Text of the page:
Sam Stelfox

Thoughts from a software engineer, systems hacker and Linux gubernāre.

Better Practices With Sudo

I work with a lot of different linux machines from embedded devices, to cloud servers and open stack hosts. For many of them I'm either the sole administrator or one of three or less with administrative access. Where there are multiple administrative users, we all are generally working as backups to each other. We use sudo whenever we need to execute a task with privileges on any of these machines with no direct root login permitted remotely.

I must confess I have established two habits over time that are against best practices with regard to sudo; Using it to execute a root shell only, and not restricting which commands can be run with sudo.

I'm sure many other administrators commit these sins as well. I've always gotten sudo to the 'good enough' point without ever learning how to configure it properly countless times, which mostly meant leaving the distribution's defaults.

At face value, executing a shell this way doen't seem to pose a problem. We use auditd to record administrative changes, and the kernel can track our original login UID and record that in addition to our effective user ID. Permission to use sudo is still restricted to a subset of trusted administrators.

Using this default configuration is forming bad habits and after working through it it's not particularily hard to make a drastic improvement on the granularity of control.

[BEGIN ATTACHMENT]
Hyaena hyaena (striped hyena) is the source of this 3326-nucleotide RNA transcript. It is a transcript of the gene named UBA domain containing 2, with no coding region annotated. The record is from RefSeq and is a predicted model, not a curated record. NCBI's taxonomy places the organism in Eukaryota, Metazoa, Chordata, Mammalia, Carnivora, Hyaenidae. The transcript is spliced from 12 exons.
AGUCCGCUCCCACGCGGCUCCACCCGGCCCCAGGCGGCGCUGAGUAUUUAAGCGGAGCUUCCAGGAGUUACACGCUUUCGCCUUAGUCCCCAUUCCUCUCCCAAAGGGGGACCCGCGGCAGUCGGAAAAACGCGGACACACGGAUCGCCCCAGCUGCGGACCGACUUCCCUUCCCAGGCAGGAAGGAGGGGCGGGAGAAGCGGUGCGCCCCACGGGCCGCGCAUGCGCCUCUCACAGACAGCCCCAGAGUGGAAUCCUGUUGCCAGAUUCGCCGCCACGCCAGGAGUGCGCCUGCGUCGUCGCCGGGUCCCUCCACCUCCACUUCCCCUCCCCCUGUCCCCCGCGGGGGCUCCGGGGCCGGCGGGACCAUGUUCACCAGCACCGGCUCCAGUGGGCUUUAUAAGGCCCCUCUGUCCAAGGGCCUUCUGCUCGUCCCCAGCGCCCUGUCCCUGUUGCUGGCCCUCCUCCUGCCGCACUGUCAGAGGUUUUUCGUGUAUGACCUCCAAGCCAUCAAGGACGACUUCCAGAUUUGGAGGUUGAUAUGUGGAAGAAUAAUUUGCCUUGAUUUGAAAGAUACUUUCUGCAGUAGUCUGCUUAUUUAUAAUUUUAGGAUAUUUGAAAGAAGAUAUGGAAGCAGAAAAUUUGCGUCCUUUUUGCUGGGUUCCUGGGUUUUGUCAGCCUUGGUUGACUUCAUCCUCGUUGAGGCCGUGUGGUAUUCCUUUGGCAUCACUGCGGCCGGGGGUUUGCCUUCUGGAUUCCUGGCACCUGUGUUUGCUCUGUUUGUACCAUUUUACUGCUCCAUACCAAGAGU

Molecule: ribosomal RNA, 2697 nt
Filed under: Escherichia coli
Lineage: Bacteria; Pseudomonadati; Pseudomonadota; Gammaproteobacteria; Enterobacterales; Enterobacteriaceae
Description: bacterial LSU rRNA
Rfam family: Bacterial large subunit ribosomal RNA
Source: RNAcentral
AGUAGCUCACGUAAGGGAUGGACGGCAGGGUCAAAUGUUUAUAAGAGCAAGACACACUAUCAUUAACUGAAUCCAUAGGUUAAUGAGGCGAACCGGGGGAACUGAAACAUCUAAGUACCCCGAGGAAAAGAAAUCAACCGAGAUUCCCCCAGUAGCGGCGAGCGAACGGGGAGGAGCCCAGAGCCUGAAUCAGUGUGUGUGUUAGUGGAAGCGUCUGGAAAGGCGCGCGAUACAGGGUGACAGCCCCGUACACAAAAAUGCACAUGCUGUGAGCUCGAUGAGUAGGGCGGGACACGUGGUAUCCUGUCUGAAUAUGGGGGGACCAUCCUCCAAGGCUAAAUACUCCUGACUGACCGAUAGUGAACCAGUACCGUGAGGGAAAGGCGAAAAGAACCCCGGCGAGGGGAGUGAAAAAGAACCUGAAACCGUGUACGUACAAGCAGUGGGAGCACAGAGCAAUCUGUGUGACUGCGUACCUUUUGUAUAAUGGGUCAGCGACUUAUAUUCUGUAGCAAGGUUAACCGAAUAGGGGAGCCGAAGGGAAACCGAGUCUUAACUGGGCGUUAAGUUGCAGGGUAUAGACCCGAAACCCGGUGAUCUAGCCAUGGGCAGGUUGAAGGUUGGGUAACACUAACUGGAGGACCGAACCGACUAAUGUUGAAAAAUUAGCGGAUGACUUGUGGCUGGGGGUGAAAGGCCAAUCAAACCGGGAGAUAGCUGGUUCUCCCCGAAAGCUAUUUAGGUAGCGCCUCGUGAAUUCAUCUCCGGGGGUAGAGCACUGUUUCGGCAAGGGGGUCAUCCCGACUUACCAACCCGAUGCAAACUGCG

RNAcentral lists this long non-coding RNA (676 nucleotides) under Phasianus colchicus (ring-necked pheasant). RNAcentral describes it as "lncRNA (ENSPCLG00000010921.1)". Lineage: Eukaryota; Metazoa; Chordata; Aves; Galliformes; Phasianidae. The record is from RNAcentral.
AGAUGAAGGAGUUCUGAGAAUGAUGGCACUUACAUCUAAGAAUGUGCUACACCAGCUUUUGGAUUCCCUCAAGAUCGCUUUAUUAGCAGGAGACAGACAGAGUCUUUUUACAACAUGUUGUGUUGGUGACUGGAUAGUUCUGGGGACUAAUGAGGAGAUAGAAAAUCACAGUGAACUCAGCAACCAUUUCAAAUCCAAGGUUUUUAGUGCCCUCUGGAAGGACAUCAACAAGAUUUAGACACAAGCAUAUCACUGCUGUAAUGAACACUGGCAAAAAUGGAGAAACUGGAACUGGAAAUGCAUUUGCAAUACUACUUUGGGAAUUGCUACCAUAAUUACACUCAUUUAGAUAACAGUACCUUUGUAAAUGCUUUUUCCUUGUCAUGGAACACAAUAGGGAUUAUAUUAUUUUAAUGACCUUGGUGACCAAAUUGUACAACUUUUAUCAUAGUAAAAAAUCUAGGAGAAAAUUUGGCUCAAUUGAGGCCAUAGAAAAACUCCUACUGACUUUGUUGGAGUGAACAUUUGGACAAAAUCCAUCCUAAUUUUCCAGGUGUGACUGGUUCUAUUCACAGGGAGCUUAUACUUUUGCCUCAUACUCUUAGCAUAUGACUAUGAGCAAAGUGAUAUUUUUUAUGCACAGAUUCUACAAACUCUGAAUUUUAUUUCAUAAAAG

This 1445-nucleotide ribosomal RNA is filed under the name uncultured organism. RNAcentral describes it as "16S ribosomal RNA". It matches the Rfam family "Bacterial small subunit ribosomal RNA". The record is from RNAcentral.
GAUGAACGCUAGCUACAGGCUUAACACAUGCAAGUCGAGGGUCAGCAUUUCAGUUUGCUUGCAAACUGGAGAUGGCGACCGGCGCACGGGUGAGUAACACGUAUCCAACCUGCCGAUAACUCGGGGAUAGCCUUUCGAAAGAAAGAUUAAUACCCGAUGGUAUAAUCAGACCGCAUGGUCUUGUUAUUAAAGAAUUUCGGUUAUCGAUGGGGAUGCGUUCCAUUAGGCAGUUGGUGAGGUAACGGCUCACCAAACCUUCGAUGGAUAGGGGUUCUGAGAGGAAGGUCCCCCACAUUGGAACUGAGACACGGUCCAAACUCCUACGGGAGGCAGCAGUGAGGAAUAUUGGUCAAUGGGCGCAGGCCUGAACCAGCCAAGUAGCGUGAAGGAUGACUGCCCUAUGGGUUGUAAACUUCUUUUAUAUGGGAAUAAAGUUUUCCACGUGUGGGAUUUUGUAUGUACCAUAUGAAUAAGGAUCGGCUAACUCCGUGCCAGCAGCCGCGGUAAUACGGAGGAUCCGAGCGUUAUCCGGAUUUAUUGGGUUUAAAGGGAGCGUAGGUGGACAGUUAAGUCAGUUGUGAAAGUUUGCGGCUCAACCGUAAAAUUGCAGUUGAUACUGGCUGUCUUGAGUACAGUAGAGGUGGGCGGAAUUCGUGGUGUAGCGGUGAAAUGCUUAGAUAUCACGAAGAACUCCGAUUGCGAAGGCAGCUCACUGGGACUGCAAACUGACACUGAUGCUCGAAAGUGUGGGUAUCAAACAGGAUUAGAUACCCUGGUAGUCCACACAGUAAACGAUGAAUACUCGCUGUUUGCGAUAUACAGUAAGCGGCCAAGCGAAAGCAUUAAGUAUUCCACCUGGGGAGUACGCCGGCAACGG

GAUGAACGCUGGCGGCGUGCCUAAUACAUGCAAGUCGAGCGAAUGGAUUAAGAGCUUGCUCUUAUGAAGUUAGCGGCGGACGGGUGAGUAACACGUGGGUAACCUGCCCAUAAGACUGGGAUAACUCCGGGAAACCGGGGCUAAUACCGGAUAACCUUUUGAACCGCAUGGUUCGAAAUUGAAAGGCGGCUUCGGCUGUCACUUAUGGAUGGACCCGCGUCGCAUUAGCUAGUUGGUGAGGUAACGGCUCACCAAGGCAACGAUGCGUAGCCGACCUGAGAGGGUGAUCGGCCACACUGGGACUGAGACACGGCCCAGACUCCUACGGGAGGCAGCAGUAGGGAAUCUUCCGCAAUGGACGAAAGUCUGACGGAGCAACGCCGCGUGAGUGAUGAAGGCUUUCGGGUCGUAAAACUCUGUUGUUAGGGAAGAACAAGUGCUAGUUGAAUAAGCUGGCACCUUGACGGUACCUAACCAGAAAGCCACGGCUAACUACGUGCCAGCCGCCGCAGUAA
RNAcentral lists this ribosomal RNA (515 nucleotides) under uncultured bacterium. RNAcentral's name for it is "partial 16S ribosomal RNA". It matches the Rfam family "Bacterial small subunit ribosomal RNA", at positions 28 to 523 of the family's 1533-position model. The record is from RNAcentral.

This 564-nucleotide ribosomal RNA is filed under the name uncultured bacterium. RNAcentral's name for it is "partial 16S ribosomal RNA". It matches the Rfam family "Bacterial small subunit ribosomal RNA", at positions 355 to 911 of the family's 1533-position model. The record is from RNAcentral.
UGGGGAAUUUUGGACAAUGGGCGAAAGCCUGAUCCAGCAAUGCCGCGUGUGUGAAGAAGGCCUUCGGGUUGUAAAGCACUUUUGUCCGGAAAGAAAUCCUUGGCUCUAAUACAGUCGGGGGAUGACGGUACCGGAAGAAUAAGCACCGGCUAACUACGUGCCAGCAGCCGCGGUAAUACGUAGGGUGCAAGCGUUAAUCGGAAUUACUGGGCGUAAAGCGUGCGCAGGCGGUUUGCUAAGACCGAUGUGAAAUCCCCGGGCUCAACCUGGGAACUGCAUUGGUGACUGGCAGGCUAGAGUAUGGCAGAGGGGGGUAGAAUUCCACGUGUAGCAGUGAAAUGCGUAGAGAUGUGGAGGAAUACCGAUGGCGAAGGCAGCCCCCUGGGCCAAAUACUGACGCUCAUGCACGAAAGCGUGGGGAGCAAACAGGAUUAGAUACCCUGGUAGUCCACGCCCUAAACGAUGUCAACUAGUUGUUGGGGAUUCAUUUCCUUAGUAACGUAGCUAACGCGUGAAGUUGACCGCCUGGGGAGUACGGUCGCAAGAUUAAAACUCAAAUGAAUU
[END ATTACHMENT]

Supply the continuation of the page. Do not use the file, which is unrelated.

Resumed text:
I'm going to work through the changes I've made slowly building up my final config.

These changes, if made incorrectly or with the wrong paths to binaries may effect your ability to get privileged access to the system. I strongly encourage you to maintain a root shell independent of the shell you are using to test just in case you need to revert a breaking change.

Minimal Configuration

Rather than looking at what needs to be changed, or removed I prefer to start with a minimal effective configuration.

Most distribution's default sudo configuration pass through environment variables related to locale and a few others. I have left these out since the way I see sudo executed most commonly (sudo su -), removes any environment variables passed through anyway. If you work on multi-lingual systems or otherwise your administrators make use of multiple system locales, you will want to re-introduce the locale values used.

My entire starting sudo config is the following:

Defaults env_reset
Defaults !visiblepw

root      ALL=(ALL)     ALL
%wheel    ALL=(root)    ALL

This is very similar to most distribution's configurations if you ignore the environment variables and comments. The root user and members of the wheel group can all execute anything as sudo as long as the user can authenticate through PAM and the mechanism won't display their password.

There is also a small restriction in place that ensures members of the wheel group will only be executing commands as the root user. Executing as other user's directly should be a special case and added separately.